Next, add lemon juice, a little at a time. When all lemon juice is incorporated take a ladle and add a scoop broth at a time to the eggs (usually 2-3 ladels will be plenty). The purpose of this is to combine the eggs slowly. If you just dump the eggs into the hot liquid they will cook right away and form egg chunks. This is not what you want. Once the temperature of the eggs has been increased add it into the larger pot. Do NOT allow the soup to boil. Serve immediately.
Think your kids won’t like this? Think again – my 4 year old ate three bowls full!
Whew!! I have spent a better part of the weekend working on a little blog makeover. So…what do you think? (PS if you say you hate it I will ignore you…just kidding!) I think my eyes are crossed but I am happy with how things look, although I’m sure to make tweeks as I go. But seriously I do want to know what you think!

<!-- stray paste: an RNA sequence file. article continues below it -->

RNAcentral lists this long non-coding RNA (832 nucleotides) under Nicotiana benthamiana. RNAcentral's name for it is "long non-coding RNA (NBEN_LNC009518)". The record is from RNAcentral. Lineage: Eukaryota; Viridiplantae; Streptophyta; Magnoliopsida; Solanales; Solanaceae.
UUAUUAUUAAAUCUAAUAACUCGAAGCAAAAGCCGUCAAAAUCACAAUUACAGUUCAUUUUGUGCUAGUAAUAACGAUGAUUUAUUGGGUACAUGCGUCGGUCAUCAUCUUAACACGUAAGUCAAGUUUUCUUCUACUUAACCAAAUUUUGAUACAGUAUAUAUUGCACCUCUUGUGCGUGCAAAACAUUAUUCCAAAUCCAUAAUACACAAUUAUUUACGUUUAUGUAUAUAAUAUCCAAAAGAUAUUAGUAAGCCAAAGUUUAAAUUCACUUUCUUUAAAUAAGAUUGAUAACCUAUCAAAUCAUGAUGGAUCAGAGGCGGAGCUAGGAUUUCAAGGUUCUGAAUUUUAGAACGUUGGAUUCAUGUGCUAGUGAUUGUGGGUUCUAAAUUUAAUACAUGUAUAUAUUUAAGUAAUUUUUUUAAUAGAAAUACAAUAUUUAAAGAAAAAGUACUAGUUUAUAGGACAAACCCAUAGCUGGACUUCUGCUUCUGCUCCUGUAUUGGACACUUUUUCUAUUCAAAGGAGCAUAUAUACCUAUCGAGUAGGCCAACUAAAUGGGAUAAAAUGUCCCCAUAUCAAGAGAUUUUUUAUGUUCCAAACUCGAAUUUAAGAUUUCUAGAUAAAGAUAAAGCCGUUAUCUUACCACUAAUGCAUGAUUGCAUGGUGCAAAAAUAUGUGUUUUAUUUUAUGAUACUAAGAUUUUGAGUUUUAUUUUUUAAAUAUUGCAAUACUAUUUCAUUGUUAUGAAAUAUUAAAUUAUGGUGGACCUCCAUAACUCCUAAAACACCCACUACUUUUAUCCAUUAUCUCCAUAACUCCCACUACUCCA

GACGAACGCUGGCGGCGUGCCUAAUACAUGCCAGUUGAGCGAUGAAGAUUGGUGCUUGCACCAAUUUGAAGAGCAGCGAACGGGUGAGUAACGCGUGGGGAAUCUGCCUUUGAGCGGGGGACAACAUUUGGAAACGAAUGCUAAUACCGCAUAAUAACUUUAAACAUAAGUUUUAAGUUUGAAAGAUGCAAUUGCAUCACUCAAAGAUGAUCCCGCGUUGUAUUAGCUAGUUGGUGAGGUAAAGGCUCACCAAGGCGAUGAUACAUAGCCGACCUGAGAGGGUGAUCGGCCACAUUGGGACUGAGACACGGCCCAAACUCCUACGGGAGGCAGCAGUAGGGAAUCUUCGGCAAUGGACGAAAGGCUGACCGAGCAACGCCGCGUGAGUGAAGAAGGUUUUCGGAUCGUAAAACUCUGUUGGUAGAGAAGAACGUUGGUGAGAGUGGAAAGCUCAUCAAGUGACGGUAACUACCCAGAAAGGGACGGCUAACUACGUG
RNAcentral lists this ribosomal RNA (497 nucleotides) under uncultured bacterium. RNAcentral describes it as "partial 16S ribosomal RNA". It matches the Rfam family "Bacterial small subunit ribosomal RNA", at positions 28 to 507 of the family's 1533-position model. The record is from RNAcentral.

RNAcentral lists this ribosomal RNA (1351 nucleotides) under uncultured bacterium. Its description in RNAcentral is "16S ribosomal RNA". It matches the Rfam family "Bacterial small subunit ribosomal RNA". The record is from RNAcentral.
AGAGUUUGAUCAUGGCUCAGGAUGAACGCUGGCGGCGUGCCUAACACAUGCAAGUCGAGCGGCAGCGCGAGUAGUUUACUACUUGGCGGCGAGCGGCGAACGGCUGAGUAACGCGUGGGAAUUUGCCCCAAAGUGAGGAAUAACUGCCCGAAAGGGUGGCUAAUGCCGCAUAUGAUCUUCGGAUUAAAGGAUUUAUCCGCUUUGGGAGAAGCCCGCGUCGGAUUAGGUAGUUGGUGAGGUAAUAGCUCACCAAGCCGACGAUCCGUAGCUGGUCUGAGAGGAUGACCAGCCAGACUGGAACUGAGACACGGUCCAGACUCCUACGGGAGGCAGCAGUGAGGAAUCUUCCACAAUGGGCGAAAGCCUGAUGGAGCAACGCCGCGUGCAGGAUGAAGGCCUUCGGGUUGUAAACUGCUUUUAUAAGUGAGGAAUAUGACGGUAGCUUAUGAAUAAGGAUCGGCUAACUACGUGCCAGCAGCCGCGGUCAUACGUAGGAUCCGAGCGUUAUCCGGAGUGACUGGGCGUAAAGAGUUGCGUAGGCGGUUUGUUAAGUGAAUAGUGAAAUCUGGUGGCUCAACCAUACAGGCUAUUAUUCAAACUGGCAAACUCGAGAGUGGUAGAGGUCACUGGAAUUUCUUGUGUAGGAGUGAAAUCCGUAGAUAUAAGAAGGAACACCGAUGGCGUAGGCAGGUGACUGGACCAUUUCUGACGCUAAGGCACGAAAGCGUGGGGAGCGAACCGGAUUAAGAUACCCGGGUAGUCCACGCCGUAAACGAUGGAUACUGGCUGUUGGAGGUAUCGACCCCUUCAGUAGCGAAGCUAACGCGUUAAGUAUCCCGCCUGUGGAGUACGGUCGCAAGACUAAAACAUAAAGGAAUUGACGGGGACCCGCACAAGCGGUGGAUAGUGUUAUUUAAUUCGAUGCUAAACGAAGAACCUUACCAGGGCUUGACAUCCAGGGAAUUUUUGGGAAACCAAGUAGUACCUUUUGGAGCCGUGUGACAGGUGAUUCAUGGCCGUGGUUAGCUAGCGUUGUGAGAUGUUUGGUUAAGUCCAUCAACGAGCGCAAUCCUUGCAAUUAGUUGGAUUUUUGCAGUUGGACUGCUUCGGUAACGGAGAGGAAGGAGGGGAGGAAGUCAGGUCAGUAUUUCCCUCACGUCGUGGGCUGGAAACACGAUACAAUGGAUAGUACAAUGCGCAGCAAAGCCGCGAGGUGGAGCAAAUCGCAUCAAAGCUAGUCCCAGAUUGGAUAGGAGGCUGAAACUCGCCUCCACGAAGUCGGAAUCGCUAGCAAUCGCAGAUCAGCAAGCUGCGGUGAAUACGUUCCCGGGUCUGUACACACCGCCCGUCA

Now that I’m all set up it’s time to get back to posting. The weather here is still dismal at best and I’ve found myself continuing to make the staples of warm winter comfort food even though deep down I’m craving light, fresh food. One of these meals is traditionally eaten during Ramadan in Morocco. I shouldn’t say eaten, I should say consumed in massive quantities. Even MarocBaba who doesn’t do soup eats this EVERY DAY during Ramadan. I’m not sure if it’s habit, tradition, or what but he does. I’ve shared the recipe here before, but I’m re-sharing with images today.
Looking at this picture again I realize it looks like a copious amount of boiled eggs. M literally will eat 4 boiled eggs in a sitting, plus I knew whatever was left he’d take to school – the kid is an egg freak. In the bottom right corner is a plate of dates, a standard accompaniment with harira. The very small tajine in the upper left is actually a dish that holds spices; salt, pepper, and cumin are on the table for this meal. Also you can’t see it, but rest assured there was a basket of bread to eat too.